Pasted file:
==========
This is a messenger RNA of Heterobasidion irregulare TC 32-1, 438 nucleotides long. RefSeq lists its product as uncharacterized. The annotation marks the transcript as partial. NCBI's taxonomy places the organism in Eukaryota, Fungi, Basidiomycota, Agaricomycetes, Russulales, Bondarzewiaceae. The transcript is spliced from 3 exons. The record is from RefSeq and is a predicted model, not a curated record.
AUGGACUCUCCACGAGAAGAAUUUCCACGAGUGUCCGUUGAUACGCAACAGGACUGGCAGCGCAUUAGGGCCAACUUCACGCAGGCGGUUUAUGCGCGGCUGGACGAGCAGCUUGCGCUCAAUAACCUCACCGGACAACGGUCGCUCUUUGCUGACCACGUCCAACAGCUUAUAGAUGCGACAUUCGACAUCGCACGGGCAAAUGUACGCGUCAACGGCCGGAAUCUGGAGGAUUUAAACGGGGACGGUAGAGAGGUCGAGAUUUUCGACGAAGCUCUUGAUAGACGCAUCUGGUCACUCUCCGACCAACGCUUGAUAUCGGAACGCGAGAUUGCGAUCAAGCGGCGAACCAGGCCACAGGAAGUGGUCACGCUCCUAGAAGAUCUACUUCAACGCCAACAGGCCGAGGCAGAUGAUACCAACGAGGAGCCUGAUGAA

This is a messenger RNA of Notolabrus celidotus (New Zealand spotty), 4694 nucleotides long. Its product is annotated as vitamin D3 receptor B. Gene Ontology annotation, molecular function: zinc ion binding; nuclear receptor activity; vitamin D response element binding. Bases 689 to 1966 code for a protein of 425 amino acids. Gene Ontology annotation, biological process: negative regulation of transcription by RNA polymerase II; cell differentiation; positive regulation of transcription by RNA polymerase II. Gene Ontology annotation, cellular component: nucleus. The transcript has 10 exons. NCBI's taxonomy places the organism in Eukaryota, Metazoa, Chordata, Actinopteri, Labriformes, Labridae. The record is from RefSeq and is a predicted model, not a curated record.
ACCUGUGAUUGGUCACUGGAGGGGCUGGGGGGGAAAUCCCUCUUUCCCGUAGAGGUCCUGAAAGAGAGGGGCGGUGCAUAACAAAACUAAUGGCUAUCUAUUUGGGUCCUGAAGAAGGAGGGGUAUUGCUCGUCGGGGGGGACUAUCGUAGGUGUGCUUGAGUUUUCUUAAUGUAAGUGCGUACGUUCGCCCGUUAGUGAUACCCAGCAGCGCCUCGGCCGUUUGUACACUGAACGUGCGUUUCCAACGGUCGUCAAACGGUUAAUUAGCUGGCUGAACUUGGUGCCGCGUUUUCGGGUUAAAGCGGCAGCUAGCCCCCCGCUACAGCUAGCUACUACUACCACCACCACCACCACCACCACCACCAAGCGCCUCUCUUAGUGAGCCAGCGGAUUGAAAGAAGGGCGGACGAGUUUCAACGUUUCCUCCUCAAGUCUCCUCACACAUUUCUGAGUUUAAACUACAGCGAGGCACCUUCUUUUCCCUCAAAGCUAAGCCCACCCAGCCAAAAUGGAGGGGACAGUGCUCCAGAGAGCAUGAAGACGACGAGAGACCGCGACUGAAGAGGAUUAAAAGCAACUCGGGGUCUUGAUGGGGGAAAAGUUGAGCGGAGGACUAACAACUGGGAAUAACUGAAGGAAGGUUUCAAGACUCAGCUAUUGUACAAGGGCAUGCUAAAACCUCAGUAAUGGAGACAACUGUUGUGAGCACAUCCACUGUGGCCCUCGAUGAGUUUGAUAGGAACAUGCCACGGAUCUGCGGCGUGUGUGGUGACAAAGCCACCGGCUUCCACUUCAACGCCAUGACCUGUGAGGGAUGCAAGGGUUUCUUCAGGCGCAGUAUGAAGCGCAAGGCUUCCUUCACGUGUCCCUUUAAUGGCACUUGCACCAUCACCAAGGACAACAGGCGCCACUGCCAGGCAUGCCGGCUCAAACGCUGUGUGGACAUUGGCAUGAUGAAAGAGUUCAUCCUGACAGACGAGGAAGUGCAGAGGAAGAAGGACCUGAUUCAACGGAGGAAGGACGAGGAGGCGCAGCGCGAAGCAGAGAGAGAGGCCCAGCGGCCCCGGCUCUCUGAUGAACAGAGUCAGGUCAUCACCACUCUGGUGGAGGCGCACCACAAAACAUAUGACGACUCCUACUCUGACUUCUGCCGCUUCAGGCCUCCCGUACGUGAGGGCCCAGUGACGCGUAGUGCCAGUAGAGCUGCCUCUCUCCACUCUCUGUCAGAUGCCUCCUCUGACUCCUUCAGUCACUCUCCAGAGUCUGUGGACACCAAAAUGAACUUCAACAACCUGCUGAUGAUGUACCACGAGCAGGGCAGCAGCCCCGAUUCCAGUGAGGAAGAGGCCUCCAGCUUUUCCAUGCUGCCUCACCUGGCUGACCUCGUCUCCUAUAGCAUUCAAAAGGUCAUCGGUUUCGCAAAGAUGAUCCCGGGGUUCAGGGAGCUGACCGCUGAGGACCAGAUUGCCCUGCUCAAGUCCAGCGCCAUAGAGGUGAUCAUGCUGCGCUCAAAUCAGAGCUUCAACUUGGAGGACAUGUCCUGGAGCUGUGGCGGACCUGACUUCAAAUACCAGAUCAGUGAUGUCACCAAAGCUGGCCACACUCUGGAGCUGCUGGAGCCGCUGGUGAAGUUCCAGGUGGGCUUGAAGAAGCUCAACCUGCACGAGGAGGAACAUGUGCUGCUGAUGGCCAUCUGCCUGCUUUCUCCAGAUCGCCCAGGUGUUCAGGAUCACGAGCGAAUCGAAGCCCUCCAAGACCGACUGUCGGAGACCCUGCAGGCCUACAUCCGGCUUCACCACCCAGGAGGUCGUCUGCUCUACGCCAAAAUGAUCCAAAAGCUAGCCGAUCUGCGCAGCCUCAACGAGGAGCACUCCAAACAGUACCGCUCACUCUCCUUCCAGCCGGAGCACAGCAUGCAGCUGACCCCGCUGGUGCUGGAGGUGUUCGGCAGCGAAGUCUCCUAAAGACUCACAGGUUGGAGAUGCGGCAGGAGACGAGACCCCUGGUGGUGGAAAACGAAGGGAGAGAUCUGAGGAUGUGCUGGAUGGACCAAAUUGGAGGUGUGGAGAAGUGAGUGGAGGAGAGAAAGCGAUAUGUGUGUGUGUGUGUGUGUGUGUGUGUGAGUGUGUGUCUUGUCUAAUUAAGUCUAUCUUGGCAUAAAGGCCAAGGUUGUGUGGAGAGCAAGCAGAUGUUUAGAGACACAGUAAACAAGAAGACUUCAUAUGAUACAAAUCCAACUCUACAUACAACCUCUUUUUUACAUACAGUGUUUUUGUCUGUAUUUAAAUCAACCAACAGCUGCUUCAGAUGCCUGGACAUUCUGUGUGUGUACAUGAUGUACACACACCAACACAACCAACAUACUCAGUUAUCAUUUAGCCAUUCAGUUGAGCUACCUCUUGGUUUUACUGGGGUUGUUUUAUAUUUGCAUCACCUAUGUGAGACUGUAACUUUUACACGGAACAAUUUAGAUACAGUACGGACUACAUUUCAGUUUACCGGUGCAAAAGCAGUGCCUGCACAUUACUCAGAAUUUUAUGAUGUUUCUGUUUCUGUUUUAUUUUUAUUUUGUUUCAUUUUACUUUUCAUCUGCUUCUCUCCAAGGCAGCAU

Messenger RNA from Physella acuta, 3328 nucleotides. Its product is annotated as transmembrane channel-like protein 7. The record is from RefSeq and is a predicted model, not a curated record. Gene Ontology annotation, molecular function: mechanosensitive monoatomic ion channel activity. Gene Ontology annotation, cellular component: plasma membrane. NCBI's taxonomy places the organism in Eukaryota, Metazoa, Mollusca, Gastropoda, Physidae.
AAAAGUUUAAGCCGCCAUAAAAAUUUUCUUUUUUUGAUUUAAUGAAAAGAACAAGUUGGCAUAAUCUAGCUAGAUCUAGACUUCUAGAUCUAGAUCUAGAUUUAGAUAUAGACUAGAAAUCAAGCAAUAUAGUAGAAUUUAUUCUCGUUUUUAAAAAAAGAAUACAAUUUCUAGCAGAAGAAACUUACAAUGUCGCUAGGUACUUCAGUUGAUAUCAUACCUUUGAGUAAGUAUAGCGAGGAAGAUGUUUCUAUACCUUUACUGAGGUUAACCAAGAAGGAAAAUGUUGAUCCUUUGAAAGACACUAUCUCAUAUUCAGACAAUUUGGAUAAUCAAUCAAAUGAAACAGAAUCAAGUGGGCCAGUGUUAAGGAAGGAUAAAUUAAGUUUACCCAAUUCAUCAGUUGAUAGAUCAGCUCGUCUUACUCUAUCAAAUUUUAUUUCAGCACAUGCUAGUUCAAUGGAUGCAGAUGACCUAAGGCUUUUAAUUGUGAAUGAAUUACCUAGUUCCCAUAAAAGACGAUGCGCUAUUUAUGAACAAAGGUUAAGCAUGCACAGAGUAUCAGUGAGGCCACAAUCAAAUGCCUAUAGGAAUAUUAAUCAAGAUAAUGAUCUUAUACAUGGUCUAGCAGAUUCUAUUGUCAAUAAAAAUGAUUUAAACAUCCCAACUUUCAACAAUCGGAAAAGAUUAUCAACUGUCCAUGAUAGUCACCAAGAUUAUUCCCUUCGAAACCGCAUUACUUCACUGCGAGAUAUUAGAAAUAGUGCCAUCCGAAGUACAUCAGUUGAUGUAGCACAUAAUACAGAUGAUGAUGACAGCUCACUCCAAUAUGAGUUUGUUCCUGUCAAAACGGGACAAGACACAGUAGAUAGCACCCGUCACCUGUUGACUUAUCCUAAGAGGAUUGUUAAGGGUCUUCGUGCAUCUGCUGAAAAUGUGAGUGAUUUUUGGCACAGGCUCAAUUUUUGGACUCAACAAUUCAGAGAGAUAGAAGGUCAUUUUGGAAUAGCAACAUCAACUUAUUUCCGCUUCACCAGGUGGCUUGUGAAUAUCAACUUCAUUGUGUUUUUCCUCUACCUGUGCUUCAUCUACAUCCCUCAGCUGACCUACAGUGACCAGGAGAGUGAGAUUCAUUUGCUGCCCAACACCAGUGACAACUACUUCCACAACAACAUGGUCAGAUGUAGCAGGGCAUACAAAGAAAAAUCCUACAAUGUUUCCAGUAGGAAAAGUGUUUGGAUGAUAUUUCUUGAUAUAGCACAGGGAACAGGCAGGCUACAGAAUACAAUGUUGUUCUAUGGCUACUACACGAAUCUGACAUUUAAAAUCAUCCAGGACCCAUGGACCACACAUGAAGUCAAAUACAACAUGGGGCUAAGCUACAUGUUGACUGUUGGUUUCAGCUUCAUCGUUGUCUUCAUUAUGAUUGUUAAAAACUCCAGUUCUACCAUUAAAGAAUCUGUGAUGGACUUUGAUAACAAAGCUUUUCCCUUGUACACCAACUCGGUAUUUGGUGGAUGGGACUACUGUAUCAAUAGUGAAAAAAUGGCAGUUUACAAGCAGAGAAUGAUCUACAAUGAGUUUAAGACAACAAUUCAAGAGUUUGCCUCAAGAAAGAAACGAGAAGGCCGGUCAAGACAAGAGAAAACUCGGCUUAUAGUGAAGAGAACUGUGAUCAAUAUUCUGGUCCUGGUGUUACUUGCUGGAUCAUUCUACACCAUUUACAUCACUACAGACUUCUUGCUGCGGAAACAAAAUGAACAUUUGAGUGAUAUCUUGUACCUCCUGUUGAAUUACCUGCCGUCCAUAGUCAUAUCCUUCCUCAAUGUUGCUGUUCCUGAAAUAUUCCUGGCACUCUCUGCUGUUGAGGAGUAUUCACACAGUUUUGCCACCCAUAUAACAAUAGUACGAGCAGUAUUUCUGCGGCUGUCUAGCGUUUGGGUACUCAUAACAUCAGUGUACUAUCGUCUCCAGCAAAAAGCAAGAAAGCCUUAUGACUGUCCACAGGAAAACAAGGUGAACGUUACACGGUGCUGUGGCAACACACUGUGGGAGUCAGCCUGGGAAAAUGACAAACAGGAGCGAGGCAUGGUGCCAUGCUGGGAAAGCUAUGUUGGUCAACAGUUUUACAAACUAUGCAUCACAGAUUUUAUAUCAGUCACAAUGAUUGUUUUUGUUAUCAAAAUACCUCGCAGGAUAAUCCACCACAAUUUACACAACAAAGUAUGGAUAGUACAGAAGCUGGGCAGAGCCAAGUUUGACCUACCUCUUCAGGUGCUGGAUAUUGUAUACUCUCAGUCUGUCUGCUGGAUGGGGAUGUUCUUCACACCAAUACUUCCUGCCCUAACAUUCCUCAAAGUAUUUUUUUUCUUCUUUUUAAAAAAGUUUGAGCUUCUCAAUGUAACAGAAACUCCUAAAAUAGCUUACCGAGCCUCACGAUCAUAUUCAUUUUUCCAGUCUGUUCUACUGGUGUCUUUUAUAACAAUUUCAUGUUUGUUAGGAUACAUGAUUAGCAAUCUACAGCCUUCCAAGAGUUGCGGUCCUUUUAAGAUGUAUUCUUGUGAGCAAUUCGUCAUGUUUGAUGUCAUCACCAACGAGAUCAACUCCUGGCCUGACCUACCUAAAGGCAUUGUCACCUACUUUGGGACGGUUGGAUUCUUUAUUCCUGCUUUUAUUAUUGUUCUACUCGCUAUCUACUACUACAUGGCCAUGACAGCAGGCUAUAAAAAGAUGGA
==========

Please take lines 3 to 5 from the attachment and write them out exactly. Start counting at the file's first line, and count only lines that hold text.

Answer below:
This is a messenger RNA of Notolabrus celidotus (New Zealand spotty), 4694 nucleotides long. Its product is annotated as vitamin D3 receptor B. Gene Ontology annotation, molecular function: zinc ion binding; nuclear receptor activity; vitamin D response element binding. Bases 689 to 1966 code for a protein of 425 amino acids. Gene Ontology annotation, biological process: negative regulation of transcription by RNA polymerase II; cell differentiation; positive regulation of transcription by RNA polymerase II. Gene Ontology annotation, cellular component: nucleus. The transcript has 10 exons. NCBI's taxonomy places the organism in Eukaryota, Metazoa, Chordata, Actinopteri, Labriformes, Labridae. The record is from RefSeq and is a predicted model, not a curated record.
ACCUGUGAUUGGUCACUGGAGGGGCUGGGGGGGAAAUCCCUCUUUCCCGUAGAGGUCCUGAAAGAGAGGGGCGGUGCAUAACAAAACUAAUGGCUAUCUAUUUGGGUCCUGAAGAAGGAGGGGUAUUGCUCGUCGGGGGGGACUAUCGUAGGUGUGCUUGAGUUUUCUUAAUGUAAGUGCGUACGUUCGCCCGUUAGUGAUACCCAGCAGCGCCUCGGCCGUUUGUACACUGAACGUGCGUUUCCAACGGUCGUCAAACGGUUAAUUAGCUGGCUGAACUUGGUGCCGCGUUUUCGGGUUAAAGCGGCAGCUAGCCCCCCGCUACAGCUAGCUACUACUACCACCACCACCACCACCACCACCACCAAGCGCCUCUCUUAGUGAGCCAGCGGAUUGAAAGAAGGGCGGACGAGUUUCAACGUUUCCUCCUCAAGUCUCCUCACACAUUUCUGAGUUUAAACUACAGCGAGGCACCUUCUUUUCCCUCAAAGCUAAGCCCACCCAGCCAAAAUGGAGGGGACAGUGCUCCAGAGAGCAUGAAGACGACGAGAGACCGCGACUGAAGAGGAUUAAAAGCAACUCGGGGUCUUGAUGGGGGAAAAGUUGAGCGGAGGACUAACAACUGGGAAUAACUGAAGGAAGGUUUCAAGACUCAGCUAUUGUACAAGGGCAUGCUAAAACCUCAGUAAUGGAGACAACUGUUGUGAGCACAUCCACUGUGGCCCUCGAUGAGUUUGAUAGGAACAUGCCACGGAUCUGCGGCGUGUGUGGUGACAAAGCCACCGGCUUCCACUUCAACGCCAUGACCUGUGAGGGAUGCAAGGGUUUCUUCAGGCGCAGUAUGAAGCGCAAGGCUUCCUUCACGUGUCCCUUUAAUGGCACUUGCACCAUCACCAAGGACAACAGGCGCCACUGCCAGGCAUGCCGGCUCAAACGCUGUGUGGACAUUGGCAUGAUGAAAGAGUUCAUCCUGACAGACGAGGAAGUGCAGAGGAAGAAGGACCUGAUUCAACGGAGGAAGGACGAGGAGGCGCAGCGCGAAGCAGAGAGAGAGGCCCAGCGGCCCCGGCUCUCUGAUGAACAGAGUCAGGUCAUCACCACUCUGGUGGAGGCGCACCACAAAACAUAUGACGACUCCUACUCUGACUUCUGCCGCUUCAGGCCUCCCGUACGUGAGGGCCCAGUGACGCGUAGUGCCAGUAGAGCUGCCUCUCUCCACUCUCUGUCAGAUGCCUCCUCUGACUCCUUCAGUCACUCUCCAGAGUCUGUGGACACCAAAAUGAACUUCAACAACCUGCUGAUGAUGUACCACGAGCAGGGCAGCAGCCCCGAUUCCAGUGAGGAAGAGGCCUCCAGCUUUUCCAUGCUGCCUCACCUGGCUGACCUCGUCUCCUAUAGCAUUCAAAAGGUCAUCGGUUUCGCAAAGAUGAUCCCGGGGUUCAGGGAGCUGACCGCUGAGGACCAGAUUGCCCUGCUCAAGUCCAGCGCCAUAGAGGUGAUCAUGCUGCGCUCAAAUCAGAGCUUCAACUUGGAGGACAUGUCCUGGAGCUGUGGCGGACCUGACUUCAAAUACCAGAUCAGUGAUGUCACCAAAGCUGGCCACACUCUGGAGCUGCUGGAGCCGCUGGUGAAGUUCCAGGUGGGCUUGAAGAAGCUCAACCUGCACGAGGAGGAACAUGUGCUGCUGAUGGCCAUCUGCCUGCUUUCUCCAGAUCGCCCAGGUGUUCAGGAUCACGAGCGAAUCGAAGCCCUCCAAGACCGACUGUCGGAGACCCUGCAGGCCUACAUCCGGCUUCACCACCCAGGAGGUCGUCUGCUCUACGCCAAAAUGAUCCAAAAGCUAGCCGAUCUGCGCAGCCUCAACGAGGAGCACUCCAAACAGUACCGCUCACUCUCCUUCCAGCCGGAGCACAGCAUGCAGCUGACCCCGCUGGUGCUGGAGGUGUUCGGCAGCGAAGUCUCCUAAAGACUCACAGGUUGGAGAUGCGGCAGGAGACGAGACCCCUGGUGGUGGAAAACGAAGGGAGAGAUCUGAGGAUGUGCUGGAUGGACCAAAUUGGAGGUGUGGAGAAGUGAGUGGAGGAGAGAAAGCGAUAUGUGUGUGUGUGUGUGUGUGUGUGUGUGAGUGUGUGUCUUGUCUAAUUAAGUCUAUCUUGGCAUAAAGGCCAAGGUUGUGUGGAGAGCAAGCAGAUGUUUAGAGACACAGUAAACAAGAAGACUUCAUAUGAUACAAAUCCAACUCUACAUACAACCUCUUUUUUACAUACAGUGUUUUUGUCUGUAUUUAAAUCAACCAACAGCUGCUUCAGAUGCCUGGACAUUCUGUGUGUGUACAUGAUGUACACACACCAACACAACCAACAUACUCAGUUAUCAUUUAGCCAUUCAGUUGAGCUACCUCUUGGUUUUACUGGGGUUGUUUUAUAUUUGCAUCACCUAUGUGAGACUGUAACUUUUACACGGAACAAUUUAGAUACAGUACGGACUACAUUUCAGUUUACCGGUGCAAAAGCAGUGCCUGCACAUUACUCAGAAUUUUAUGAUGUUUCUGUUUCUGUUUUAUUUUUAUUUUGUUUCAUUUUACUUUUCAUCUGCUUCUCUCCAAGGCAGCAU

Messenger RNA from Physella acuta, 3328 nucleotides. Its product is annotated as transmembrane channel-like protein 7. The record is from RefSeq and is a predicted model, not a curated record. Gene Ontology annotation, molecular function: mechanosensitive monoatomic ion channel activity. Gene Ontology annotation, cellular component: plasma membrane. NCBI's taxonomy places the organism in Eukaryota, Metazoa, Mollusca, Gastropoda, Physidae.